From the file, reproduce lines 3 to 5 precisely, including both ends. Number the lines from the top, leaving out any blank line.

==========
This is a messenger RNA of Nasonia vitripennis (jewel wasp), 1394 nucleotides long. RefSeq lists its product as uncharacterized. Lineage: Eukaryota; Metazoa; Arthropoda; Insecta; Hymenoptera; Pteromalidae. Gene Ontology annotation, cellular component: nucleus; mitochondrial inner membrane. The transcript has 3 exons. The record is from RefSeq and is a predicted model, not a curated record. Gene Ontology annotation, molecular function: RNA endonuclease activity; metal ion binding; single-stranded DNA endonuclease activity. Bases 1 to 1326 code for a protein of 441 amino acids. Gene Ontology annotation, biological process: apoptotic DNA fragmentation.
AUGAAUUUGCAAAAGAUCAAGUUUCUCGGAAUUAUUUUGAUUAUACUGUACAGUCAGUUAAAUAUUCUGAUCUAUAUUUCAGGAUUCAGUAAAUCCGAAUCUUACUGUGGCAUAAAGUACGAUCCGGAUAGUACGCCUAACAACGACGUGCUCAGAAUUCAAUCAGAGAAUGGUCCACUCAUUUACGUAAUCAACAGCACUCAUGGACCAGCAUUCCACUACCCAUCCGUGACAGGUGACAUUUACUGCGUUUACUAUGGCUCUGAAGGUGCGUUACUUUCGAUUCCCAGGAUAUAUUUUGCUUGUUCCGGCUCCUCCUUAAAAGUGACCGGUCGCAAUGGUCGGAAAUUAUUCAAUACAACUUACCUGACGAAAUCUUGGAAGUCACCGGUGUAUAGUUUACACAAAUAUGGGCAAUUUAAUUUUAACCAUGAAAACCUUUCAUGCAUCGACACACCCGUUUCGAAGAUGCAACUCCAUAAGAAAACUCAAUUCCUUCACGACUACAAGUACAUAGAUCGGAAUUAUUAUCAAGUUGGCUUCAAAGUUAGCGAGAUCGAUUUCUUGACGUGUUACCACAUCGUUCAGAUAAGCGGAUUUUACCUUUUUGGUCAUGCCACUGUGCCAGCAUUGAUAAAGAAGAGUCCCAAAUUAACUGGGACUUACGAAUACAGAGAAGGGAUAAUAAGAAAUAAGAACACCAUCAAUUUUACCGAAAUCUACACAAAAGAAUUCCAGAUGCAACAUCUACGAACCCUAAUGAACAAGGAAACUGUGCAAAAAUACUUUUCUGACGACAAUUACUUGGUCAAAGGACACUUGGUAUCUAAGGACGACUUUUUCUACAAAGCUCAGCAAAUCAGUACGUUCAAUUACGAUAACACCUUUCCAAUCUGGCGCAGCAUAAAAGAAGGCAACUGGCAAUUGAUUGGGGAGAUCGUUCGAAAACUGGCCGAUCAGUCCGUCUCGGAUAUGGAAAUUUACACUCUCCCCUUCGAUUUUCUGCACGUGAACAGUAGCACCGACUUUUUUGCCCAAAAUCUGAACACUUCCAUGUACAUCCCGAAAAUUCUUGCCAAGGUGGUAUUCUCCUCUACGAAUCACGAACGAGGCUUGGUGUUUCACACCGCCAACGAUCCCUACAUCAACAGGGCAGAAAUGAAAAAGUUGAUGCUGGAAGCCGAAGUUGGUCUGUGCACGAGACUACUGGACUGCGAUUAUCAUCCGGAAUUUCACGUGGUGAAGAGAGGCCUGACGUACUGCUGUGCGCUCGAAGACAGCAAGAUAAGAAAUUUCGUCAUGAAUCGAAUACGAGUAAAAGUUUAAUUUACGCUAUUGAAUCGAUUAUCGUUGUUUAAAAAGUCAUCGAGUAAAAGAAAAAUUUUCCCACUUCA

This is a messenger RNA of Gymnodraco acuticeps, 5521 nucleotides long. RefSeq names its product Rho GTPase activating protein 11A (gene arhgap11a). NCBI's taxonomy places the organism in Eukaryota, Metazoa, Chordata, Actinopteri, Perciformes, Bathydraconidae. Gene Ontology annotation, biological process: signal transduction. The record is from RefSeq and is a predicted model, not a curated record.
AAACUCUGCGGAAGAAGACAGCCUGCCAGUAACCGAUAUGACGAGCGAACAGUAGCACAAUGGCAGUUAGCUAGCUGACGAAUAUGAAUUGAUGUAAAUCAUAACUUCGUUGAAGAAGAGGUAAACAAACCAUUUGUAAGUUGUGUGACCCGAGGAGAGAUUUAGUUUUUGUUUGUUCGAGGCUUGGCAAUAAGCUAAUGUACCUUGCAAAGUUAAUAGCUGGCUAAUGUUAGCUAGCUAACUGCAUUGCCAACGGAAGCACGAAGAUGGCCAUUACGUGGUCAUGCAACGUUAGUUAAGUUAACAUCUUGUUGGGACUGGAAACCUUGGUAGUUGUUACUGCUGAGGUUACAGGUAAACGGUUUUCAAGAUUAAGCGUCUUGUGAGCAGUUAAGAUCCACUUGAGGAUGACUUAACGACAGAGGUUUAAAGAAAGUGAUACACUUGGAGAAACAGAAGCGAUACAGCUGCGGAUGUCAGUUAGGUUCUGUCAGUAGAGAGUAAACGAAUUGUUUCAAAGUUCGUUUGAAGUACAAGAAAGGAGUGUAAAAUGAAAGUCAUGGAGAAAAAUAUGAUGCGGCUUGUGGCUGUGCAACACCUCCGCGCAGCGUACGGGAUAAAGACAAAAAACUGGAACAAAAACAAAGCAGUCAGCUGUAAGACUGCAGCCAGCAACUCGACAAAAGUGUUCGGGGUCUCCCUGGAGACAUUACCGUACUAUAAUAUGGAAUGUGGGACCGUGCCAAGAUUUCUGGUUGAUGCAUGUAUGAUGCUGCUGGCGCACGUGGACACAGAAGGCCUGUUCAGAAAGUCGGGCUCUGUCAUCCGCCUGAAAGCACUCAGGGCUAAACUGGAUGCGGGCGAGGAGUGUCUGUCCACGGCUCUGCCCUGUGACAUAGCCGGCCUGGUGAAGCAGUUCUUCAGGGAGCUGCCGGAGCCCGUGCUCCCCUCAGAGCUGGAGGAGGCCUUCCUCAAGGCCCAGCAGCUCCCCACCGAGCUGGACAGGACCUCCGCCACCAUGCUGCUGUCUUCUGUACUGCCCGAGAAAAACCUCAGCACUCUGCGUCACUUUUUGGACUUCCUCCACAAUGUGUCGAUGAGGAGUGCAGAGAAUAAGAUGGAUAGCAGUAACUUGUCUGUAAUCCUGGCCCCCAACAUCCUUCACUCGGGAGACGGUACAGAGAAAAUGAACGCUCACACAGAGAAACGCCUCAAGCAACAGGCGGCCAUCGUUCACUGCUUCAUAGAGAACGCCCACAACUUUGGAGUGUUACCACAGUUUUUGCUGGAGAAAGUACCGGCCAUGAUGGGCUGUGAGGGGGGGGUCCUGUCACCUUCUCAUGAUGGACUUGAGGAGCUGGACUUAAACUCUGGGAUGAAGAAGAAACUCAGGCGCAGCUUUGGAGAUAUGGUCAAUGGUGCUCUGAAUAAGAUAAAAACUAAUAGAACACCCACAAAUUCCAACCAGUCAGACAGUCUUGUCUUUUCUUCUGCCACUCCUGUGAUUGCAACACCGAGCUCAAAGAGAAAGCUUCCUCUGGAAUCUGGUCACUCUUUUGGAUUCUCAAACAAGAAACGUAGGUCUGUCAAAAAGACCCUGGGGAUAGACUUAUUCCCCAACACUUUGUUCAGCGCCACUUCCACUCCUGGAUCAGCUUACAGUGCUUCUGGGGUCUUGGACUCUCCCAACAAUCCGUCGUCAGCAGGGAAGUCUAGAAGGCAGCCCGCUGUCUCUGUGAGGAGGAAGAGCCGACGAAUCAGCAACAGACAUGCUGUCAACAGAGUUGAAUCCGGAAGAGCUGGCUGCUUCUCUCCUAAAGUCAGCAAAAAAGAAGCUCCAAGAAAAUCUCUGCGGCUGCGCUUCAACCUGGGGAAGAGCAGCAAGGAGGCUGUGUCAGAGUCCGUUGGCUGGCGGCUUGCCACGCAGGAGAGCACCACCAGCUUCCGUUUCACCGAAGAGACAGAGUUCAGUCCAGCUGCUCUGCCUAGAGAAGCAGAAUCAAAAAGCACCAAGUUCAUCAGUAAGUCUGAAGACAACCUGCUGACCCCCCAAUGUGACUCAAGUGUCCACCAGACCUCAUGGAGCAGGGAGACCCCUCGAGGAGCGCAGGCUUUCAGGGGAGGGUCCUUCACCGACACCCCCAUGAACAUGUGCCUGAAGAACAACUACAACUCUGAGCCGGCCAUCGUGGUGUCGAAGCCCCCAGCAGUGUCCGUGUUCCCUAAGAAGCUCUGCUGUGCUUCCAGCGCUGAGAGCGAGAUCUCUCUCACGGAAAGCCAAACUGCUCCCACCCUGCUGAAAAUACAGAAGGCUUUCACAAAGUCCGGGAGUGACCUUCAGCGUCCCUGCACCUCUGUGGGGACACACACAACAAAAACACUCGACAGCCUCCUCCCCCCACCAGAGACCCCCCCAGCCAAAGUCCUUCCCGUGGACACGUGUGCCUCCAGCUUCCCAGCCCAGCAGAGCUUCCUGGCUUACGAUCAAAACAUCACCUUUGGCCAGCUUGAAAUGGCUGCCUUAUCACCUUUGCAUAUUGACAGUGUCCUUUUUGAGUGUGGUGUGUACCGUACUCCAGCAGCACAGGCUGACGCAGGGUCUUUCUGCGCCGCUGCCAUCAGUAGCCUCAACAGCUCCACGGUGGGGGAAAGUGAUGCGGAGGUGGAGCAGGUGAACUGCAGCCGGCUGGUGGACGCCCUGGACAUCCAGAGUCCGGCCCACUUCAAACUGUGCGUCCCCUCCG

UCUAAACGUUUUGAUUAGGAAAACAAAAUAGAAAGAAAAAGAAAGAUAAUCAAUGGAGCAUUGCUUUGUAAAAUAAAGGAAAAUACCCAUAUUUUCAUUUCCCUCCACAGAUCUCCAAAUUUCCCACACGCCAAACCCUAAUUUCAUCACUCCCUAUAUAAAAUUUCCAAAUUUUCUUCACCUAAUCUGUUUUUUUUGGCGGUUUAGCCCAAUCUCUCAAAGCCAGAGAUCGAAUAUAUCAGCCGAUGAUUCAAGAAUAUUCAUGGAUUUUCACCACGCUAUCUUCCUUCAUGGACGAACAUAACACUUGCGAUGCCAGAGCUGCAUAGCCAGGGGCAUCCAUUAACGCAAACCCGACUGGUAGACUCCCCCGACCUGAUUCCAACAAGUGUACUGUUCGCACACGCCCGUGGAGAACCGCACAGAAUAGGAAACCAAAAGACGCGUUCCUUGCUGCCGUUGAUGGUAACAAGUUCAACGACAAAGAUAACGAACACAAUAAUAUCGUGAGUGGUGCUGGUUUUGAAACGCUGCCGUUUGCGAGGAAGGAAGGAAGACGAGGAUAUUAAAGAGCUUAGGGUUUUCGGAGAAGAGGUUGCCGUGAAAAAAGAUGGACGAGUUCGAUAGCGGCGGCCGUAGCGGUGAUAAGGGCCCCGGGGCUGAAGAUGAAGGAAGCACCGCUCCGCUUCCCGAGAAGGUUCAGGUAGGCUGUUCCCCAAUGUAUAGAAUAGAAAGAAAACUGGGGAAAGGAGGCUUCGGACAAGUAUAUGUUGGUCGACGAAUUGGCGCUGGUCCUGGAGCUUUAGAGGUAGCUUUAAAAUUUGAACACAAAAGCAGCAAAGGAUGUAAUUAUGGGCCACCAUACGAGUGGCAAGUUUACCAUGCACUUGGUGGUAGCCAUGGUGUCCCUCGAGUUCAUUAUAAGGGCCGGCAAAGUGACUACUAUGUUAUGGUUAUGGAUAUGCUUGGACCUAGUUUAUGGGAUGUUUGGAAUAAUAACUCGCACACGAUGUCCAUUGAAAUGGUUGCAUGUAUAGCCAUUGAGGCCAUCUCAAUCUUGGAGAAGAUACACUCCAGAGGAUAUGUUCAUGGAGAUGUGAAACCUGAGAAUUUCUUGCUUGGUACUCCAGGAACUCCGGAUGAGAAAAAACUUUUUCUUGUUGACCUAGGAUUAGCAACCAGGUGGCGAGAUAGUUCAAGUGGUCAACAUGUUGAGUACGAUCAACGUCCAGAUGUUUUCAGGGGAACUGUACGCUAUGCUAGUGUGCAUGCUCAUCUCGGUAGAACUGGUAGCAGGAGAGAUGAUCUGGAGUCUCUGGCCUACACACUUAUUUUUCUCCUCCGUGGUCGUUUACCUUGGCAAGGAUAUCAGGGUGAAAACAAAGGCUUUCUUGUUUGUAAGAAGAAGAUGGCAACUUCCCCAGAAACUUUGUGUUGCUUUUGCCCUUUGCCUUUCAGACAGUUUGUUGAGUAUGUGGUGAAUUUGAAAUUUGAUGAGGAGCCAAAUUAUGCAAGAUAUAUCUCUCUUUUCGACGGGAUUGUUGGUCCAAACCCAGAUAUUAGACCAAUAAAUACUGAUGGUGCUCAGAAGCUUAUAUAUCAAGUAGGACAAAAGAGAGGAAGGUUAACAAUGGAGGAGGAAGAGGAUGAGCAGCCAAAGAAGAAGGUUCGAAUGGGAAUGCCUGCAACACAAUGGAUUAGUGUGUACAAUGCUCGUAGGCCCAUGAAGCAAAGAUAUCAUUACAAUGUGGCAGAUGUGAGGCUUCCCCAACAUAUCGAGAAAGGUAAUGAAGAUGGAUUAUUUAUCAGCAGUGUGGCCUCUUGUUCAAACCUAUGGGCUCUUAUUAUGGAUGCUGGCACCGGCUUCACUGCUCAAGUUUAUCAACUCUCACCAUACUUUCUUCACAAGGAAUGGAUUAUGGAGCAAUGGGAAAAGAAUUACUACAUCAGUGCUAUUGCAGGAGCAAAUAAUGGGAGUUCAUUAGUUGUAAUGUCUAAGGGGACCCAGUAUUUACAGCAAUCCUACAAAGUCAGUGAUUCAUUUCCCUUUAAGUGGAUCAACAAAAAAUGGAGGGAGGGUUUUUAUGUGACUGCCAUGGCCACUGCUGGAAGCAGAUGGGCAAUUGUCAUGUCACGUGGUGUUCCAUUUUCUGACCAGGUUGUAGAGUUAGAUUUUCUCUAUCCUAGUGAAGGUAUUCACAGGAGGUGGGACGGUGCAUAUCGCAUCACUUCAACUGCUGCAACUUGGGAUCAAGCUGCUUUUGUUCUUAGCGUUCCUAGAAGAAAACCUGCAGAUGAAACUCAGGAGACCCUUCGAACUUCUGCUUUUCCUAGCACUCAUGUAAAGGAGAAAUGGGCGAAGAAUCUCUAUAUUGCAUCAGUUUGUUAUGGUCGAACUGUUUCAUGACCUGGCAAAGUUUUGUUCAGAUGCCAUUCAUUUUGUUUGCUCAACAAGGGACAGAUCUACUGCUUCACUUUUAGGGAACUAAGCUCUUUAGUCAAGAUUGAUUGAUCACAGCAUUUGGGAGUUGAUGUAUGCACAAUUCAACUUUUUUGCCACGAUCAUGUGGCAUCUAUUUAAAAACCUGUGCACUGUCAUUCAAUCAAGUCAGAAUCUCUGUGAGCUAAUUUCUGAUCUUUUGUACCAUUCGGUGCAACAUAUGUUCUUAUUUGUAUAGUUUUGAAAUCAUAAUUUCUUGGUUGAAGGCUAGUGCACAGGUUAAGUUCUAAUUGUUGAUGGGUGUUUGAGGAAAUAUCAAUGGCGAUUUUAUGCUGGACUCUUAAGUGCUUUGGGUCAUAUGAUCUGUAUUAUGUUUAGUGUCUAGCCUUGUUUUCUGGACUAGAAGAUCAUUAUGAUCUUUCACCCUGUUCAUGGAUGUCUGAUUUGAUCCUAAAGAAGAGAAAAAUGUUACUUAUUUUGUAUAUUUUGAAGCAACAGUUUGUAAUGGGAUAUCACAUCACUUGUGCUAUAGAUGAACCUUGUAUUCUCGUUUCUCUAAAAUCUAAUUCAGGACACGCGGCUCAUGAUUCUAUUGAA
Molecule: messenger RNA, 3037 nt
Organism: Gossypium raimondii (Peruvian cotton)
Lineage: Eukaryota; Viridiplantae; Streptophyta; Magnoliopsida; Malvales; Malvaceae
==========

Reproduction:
This is a messenger RNA of Gymnodraco acuticeps, 5521 nucleotides long. RefSeq names its product Rho GTPase activating protein 11A (gene arhgap11a). NCBI's taxonomy places the organism in Eukaryota, Metazoa, Chordata, Actinopteri, Perciformes, Bathydraconidae. Gene Ontology annotation, biological process: signal transduction. The record is from RefSeq and is a predicted model, not a curated record.
AAACUCUGCGGAAGAAGACAGCCUGCCAGUAACCGAUAUGACGAGCGAACAGUAGCACAAUGGCAGUUAGCUAGCUGACGAAUAUGAAUUGAUGUAAAUCAUAACUUCGUUGAAGAAGAGGUAAACAAACCAUUUGUAAGUUGUGUGACCCGAGGAGAGAUUUAGUUUUUGUUUGUUCGAGGCUUGGCAAUAAGCUAAUGUACCUUGCAAAGUUAAUAGCUGGCUAAUGUUAGCUAGCUAACUGCAUUGCCAACGGAAGCACGAAGAUGGCCAUUACGUGGUCAUGCAACGUUAGUUAAGUUAACAUCUUGUUGGGACUGGAAACCUUGGUAGUUGUUACUGCUGAGGUUACAGGUAAACGGUUUUCAAGAUUAAGCGUCUUGUGAGCAGUUAAGAUCCACUUGAGGAUGACUUAACGACAGAGGUUUAAAGAAAGUGAUACACUUGGAGAAACAGAAGCGAUACAGCUGCGGAUGUCAGUUAGGUUCUGUCAGUAGAGAGUAAACGAAUUGUUUCAAAGUUCGUUUGAAGUACAAGAAAGGAGUGUAAAAUGAAAGUCAUGGAGAAAAAUAUGAUGCGGCUUGUGGCUGUGCAACACCUCCGCGCAGCGUACGGGAUAAAGACAAAAAACUGGAACAAAAACAAAGCAGUCAGCUGUAAGACUGCAGCCAGCAACUCGACAAAAGUGUUCGGGGUCUCCCUGGAGACAUUACCGUACUAUAAUAUGGAAUGUGGGACCGUGCCAAGAUUUCUGGUUGAUGCAUGUAUGAUGCUGCUGGCGCACGUGGACACAGAAGGCCUGUUCAGAAAGUCGGGCUCUGUCAUCCGCCUGAAAGCACUCAGGGCUAAACUGGAUGCGGGCGAGGAGUGUCUGUCCACGGCUCUGCCCUGUGACAUAGCCGGCCUGGUGAAGCAGUUCUUCAGGGAGCUGCCGGAGCCCGUGCUCCCCUCAGAGCUGGAGGAGGCCUUCCUCAAGGCCCAGCAGCUCCCCACCGAGCUGGACAGGACCUCCGCCACCAUGCUGCUGUCUUCUGUACUGCCCGAGAAAAACCUCAGCACUCUGCGUCACUUUUUGGACUUCCUCCACAAUGUGUCGAUGAGGAGUGCAGAGAAUAAGAUGGAUAGCAGUAACUUGUCUGUAAUCCUGGCCCCCAACAUCCUUCACUCGGGAGACGGUACAGAGAAAAUGAACGCUCACACAGAGAAACGCCUCAAGCAACAGGCGGCCAUCGUUCACUGCUUCAUAGAGAACGCCCACAACUUUGGAGUGUUACCACAGUUUUUGCUGGAGAAAGUACCGGCCAUGAUGGGCUGUGAGGGGGGGGUCCUGUCACCUUCUCAUGAUGGACUUGAGGAGCUGGACUUAAACUCUGGGAUGAAGAAGAAACUCAGGCGCAGCUUUGGAGAUAUGGUCAAUGGUGCUCUGAAUAAGAUAAAAACUAAUAGAACACCCACAAAUUCCAACCAGUCAGACAGUCUUGUCUUUUCUUCUGCCACUCCUGUGAUUGCAACACCGAGCUCAAAGAGAAAGCUUCCUCUGGAAUCUGGUCACUCUUUUGGAUUCUCAAACAAGAAACGUAGGUCUGUCAAAAAGACCCUGGGGAUAGACUUAUUCCCCAACACUUUGUUCAGCGCCACUUCCACUCCUGGAUCAGCUUACAGUGCUUCUGGGGUCUUGGACUCUCCCAACAAUCCGUCGUCAGCAGGGAAGUCUAGAAGGCAGCCCGCUGUCUCUGUGAGGAGGAAGAGCCGACGAAUCAGCAACAGACAUGCUGUCAACAGAGUUGAAUCCGGAAGAGCUGGCUGCUUCUCUCCUAAAGUCAGCAAAAAAGAAGCUCCAAGAAAAUCUCUGCGGCUGCGCUUCAACCUGGGGAAGAGCAGCAAGGAGGCUGUGUCAGAGUCCGUUGGCUGGCGGCUUGCCACGCAGGAGAGCACCACCAGCUUCCGUUUCACCGAAGAGACAGAGUUCAGUCCAGCUGCUCUGCCUAGAGAAGCAGAAUCAAAAAGCACCAAGUUCAUCAGUAAGUCUGAAGACAACCUGCUGACCCCCCAAUGUGACUCAAGUGUCCACCAGACCUCAUGGAGCAGGGAGACCCCUCGAGGAGCGCAGGCUUUCAGGGGAGGGUCCUUCACCGACACCCCCAUGAACAUGUGCCUGAAGAACAACUACAACUCUGAGCCGGCCAUCGUGGUGUCGAAGCCCCCAGCAGUGUCCGUGUUCCCUAAGAAGCUCUGCUGUGCUUCCAGCGCUGAGAGCGAGAUCUCUCUCACGGAAAGCCAAACUGCUCCCACCCUGCUGAAAAUACAGAAGGCUUUCACAAAGUCCGGGAGUGACCUUCAGCGUCCCUGCACCUCUGUGGGGACACACACAACAAAAACACUCGACAGCCUCCUCCCCCCACCAGAGACCCCCCCAGCCAAAGUCCUUCCCGUGGACACGUGUGCCUCCAGCUUCCCAGCCCAGCAGAGCUUCCUGGCUUACGAUCAAAACAUCACCUUUGGCCAGCUUGAAAUGGCUGCCUUAUCACCUUUGCAUAUUGACAGUGUCCUUUUUGAGUGUGGUGUGUACCGUACUCCAGCAGCACAGGCUGACGCAGGGUCUUUCUGCGCCGCUGCCAUCAGUAGCCUCAACAGCUCCACGGUGGGGGAAAGUGAUGCGGAGGUGGAGCAGGUGAACUGCAGCCGGCUGGUGGACGCCCUGGACAUCCAGAGUCCGGCCCACUUCAAACUGUGCGUCCCCUCCG

UCUAAACGUUUUGAUUAGGAAAACAAAAUAGAAAGAAAAAGAAAGAUAAUCAAUGGAGCAUUGCUUUGUAAAAUAAAGGAAAAUACCCAUAUUUUCAUUUCCCUCCACAGAUCUCCAAAUUUCCCACACGCCAAACCCUAAUUUCAUCACUCCCUAUAUAAAAUUUCCAAAUUUUCUUCACCUAAUCUGUUUUUUUUGGCGGUUUAGCCCAAUCUCUCAAAGCCAGAGAUCGAAUAUAUCAGCCGAUGAUUCAAGAAUAUUCAUGGAUUUUCACCACGCUAUCUUCCUUCAUGGACGAACAUAACACUUGCGAUGCCAGAGCUGCAUAGCCAGGGGCAUCCAUUAACGCAAACCCGACUGGUAGACUCCCCCGACCUGAUUCCAACAAGUGUACUGUUCGCACACGCCCGUGGAGAACCGCACAGAAUAGGAAACCAAAAGACGCGUUCCUUGCUGCCGUUGAUGGUAACAAGUUCAACGACAAAGAUAACGAACACAAUAAUAUCGUGAGUGGUGCUGGUUUUGAAACGCUGCCGUUUGCGAGGAAGGAAGGAAGACGAGGAUAUUAAAGAGCUUAGGGUUUUCGGAGAAGAGGUUGCCGUGAAAAAAGAUGGACGAGUUCGAUAGCGGCGGCCGUAGCGGUGAUAAGGGCCCCGGGGCUGAAGAUGAAGGAAGCACCGCUCCGCUUCCCGAGAAGGUUCAGGUAGGCUGUUCCCCAAUGUAUAGAAUAGAAAGAAAACUGGGGAAAGGAGGCUUCGGACAAGUAUAUGUUGGUCGACGAAUUGGCGCUGGUCCUGGAGCUUUAGAGGUAGCUUUAAAAUUUGAACACAAAAGCAGCAAAGGAUGUAAUUAUGGGCCACCAUACGAGUGGCAAGUUUACCAUGCACUUGGUGGUAGCCAUGGUGUCCCUCGAGUUCAUUAUAAGGGCCGGCAAAGUGACUACUAUGUUAUGGUUAUGGAUAUGCUUGGACCUAGUUUAUGGGAUGUUUGGAAUAAUAACUCGCACACGAUGUCCAUUGAAAUGGUUGCAUGUAUAGCCAUUGAGGCCAUCUCAAUCUUGGAGAAGAUACACUCCAGAGGAUAUGUUCAUGGAGAUGUGAAACCUGAGAAUUUCUUGCUUGGUACUCCAGGAACUCCGGAUGAGAAAAAACUUUUUCUUGUUGACCUAGGAUUAGCAACCAGGUGGCGAGAUAGUUCAAGUGGUCAACAUGUUGAGUACGAUCAACGUCCAGAUGUUUUCAGGGGAACUGUACGCUAUGCUAGUGUGCAUGCUCAUCUCGGUAGAACUGGUAGCAGGAGAGAUGAUCUGGAGUCUCUGGCCUACACACUUAUUUUUCUCCUCCGUGGUCGUUUACCUUGGCAAGGAUAUCAGGGUGAAAACAAAGGCUUUCUUGUUUGUAAGAAGAAGAUGGCAACUUCCCCAGAAACUUUGUGUUGCUUUUGCCCUUUGCCUUUCAGACAGUUUGUUGAGUAUGUGGUGAAUUUGAAAUUUGAUGAGGAGCCAAAUUAUGCAAGAUAUAUCUCUCUUUUCGACGGGAUUGUUGGUCCAAACCCAGAUAUUAGACCAAUAAAUACUGAUGGUGCUCAGAAGCUUAUAUAUCAAGUAGGACAAAAGAGAGGAAGGUUAACAAUGGAGGAGGAAGAGGAUGAGCAGCCAAAGAAGAAGGUUCGAAUGGGAAUGCCUGCAACACAAUGGAUUAGUGUGUACAAUGCUCGUAGGCCCAUGAAGCAAAGAUAUCAUUACAAUGUGGCAGAUGUGAGGCUUCCCCAACAUAUCGAGAAAGGUAAUGAAGAUGGAUUAUUUAUCAGCAGUGUGGCCUCUUGUUCAAACCUAUGGGCUCUUAUUAUGGAUGCUGGCACCGGCUUCACUGCUCAAGUUUAUCAACUCUCACCAUACUUUCUUCACAAGGAAUGGAUUAUGGAGCAAUGGGAAAAGAAUUACUACAUCAGUGCUAUUGCAGGAGCAAAUAAUGGGAGUUCAUUAGUUGUAAUGUCUAAGGGGACCCAGUAUUUACAGCAAUCCUACAAAGUCAGUGAUUCAUUUCCCUUUAAGUGGAUCAACAAAAAAUGGAGGGAGGGUUUUUAUGUGACUGCCAUGGCCACUGCUGGAAGCAGAUGGGCAAUUGUCAUGUCACGUGGUGUUCCAUUUUCUGACCAGGUUGUAGAGUUAGAUUUUCUCUAUCCUAGUGAAGGUAUUCACAGGAGGUGGGACGGUGCAUAUCGCAUCACUUCAACUGCUGCAACUUGGGAUCAAGCUGCUUUUGUUCUUAGCGUUCCUAGAAGAAAACCUGCAGAUGAAACUCAGGAGACCCUUCGAACUUCUGCUUUUCCUAGCACUCAUGUAAAGGAGAAAUGGGCGAAGAAUCUCUAUAUUGCAUCAGUUUGUUAUGGUCGAACUGUUUCAUGACCUGGCAAAGUUUUGUUCAGAUGCCAUUCAUUUUGUUUGCUCAACAAGGGACAGAUCUACUGCUUCACUUUUAGGGAACUAAGCUCUUUAGUCAAGAUUGAUUGAUCACAGCAUUUGGGAGUUGAUGUAUGCACAAUUCAACUUUUUUGCCACGAUCAUGUGGCAUCUAUUUAAAAACCUGUGCACUGUCAUUCAAUCAAGUCAGAAUCUCUGUGAGCUAAUUUCUGAUCUUUUGUACCAUUCGGUGCAACAUAUGUUCUUAUUUGUAUAGUUUUGAAAUCAUAAUUUCUUGGUUGAAGGCUAGUGCACAGGUUAAGUUCUAAUUGUUGAUGGGUGUUUGAGGAAAUAUCAAUGGCGAUUUUAUGCUGGACUCUUAAGUGCUUUGGGUCAUAUGAUCUGUAUUAUGUUUAGUGUCUAGCCUUGUUUUCUGGACUAGAAGAUCAUUAUGAUCUUUCACCCUGUUCAUGGAUGUCUGAUUUGAUCCUAAAGAAGAGAAAAAUGUUACUUAUUUUGUAUAUUUUGAAGCAACAGUUUGUAAUGGGAUAUCACAUCACUUGUGCUAUAGAUGAACCUUGUAUUCUCGUUUCUCUAAAAUCUAAUUCAGGACACGCGGCUCAUGAUUCUAUUGAA